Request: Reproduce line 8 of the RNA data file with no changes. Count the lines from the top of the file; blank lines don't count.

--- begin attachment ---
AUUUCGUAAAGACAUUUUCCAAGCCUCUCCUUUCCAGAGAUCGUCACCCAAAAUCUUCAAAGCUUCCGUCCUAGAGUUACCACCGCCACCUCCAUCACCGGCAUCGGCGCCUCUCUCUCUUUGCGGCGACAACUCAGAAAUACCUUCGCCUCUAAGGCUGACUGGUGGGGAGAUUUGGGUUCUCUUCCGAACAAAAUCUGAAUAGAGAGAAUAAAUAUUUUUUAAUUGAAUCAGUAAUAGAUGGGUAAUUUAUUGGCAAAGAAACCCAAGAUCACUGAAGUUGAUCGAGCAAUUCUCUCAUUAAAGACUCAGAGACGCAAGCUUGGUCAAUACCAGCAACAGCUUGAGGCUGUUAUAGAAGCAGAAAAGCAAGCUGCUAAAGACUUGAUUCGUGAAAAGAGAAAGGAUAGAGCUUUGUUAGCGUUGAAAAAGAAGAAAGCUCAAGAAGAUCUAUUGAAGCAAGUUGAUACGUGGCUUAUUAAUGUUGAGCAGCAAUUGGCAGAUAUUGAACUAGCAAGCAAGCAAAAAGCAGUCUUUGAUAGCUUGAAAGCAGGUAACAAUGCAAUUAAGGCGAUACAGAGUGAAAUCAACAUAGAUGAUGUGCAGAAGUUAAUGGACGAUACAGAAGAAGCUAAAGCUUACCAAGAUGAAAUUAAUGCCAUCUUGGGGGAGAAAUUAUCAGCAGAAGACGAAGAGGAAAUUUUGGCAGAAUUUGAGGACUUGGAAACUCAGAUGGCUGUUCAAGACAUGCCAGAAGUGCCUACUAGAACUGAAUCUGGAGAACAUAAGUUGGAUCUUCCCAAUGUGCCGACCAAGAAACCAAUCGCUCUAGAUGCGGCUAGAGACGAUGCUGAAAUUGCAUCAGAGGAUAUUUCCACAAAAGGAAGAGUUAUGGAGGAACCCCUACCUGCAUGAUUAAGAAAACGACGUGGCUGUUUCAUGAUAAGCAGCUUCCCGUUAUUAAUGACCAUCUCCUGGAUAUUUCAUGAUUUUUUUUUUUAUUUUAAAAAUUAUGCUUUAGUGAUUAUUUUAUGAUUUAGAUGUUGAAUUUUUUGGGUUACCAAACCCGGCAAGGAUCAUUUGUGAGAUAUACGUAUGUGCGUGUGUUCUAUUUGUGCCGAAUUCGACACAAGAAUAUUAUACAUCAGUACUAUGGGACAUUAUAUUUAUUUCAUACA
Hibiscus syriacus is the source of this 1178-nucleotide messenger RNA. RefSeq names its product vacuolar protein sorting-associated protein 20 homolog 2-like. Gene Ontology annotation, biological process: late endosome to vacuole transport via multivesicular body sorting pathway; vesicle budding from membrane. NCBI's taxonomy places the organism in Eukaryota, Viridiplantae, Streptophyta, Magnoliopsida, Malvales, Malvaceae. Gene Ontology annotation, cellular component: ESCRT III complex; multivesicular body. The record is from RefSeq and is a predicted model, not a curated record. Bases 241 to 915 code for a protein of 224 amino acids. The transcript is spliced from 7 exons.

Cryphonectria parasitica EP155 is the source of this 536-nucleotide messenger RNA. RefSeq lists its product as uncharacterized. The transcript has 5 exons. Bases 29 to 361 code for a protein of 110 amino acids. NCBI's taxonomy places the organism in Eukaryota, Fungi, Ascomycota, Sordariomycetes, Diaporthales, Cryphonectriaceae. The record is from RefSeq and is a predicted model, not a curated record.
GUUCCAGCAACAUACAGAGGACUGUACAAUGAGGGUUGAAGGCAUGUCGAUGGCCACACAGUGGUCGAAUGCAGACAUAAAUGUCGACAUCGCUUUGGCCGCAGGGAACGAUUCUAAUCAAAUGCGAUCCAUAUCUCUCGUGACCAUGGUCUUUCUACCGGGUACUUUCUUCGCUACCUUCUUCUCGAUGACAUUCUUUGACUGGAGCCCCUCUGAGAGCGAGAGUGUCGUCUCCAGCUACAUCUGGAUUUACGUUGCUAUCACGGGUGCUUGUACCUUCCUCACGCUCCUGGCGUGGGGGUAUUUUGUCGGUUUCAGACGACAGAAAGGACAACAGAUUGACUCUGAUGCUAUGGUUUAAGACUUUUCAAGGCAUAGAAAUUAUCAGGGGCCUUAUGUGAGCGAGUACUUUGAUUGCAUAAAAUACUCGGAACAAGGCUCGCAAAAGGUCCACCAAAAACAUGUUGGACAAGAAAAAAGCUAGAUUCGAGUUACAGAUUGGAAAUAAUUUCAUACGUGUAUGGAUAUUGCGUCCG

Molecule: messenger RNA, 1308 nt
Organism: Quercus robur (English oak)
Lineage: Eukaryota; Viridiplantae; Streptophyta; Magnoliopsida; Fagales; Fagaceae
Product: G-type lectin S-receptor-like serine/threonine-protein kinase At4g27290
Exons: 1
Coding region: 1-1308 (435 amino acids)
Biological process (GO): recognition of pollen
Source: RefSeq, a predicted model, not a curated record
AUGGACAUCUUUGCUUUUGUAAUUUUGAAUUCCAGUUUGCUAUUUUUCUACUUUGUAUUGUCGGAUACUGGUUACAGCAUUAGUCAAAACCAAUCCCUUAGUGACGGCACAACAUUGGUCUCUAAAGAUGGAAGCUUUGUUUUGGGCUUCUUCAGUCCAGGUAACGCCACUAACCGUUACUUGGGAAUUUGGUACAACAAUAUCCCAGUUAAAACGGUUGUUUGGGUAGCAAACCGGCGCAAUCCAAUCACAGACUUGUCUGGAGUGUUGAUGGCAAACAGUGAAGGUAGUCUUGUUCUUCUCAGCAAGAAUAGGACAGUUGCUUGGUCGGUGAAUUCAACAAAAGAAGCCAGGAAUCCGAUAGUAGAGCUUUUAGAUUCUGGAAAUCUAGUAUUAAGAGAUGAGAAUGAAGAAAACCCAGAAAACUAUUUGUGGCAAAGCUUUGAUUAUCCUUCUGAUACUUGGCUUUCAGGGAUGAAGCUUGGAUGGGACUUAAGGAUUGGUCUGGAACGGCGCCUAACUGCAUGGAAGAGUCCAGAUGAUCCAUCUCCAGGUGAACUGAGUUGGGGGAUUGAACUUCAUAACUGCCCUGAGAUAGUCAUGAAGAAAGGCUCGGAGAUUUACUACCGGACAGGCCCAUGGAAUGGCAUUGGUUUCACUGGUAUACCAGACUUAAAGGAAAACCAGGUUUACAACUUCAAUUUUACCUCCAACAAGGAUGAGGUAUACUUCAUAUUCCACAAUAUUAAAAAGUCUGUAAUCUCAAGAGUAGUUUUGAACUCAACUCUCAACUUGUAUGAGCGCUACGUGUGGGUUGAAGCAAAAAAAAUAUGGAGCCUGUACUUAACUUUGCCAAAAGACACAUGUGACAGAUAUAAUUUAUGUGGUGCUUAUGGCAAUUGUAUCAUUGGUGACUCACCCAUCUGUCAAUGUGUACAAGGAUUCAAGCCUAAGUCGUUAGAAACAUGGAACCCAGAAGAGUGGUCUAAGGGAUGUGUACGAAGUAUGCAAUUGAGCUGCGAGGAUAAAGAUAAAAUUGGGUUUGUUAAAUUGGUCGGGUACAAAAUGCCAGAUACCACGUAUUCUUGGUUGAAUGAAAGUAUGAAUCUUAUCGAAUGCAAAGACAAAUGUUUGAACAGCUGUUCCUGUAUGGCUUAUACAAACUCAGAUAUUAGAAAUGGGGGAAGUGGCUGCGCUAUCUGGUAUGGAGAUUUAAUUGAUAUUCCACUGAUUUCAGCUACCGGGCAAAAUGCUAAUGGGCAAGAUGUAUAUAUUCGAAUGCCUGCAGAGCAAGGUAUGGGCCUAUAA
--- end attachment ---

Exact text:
Product: G-type lectin S-receptor-like serine/threonine-protein kinase At4g27290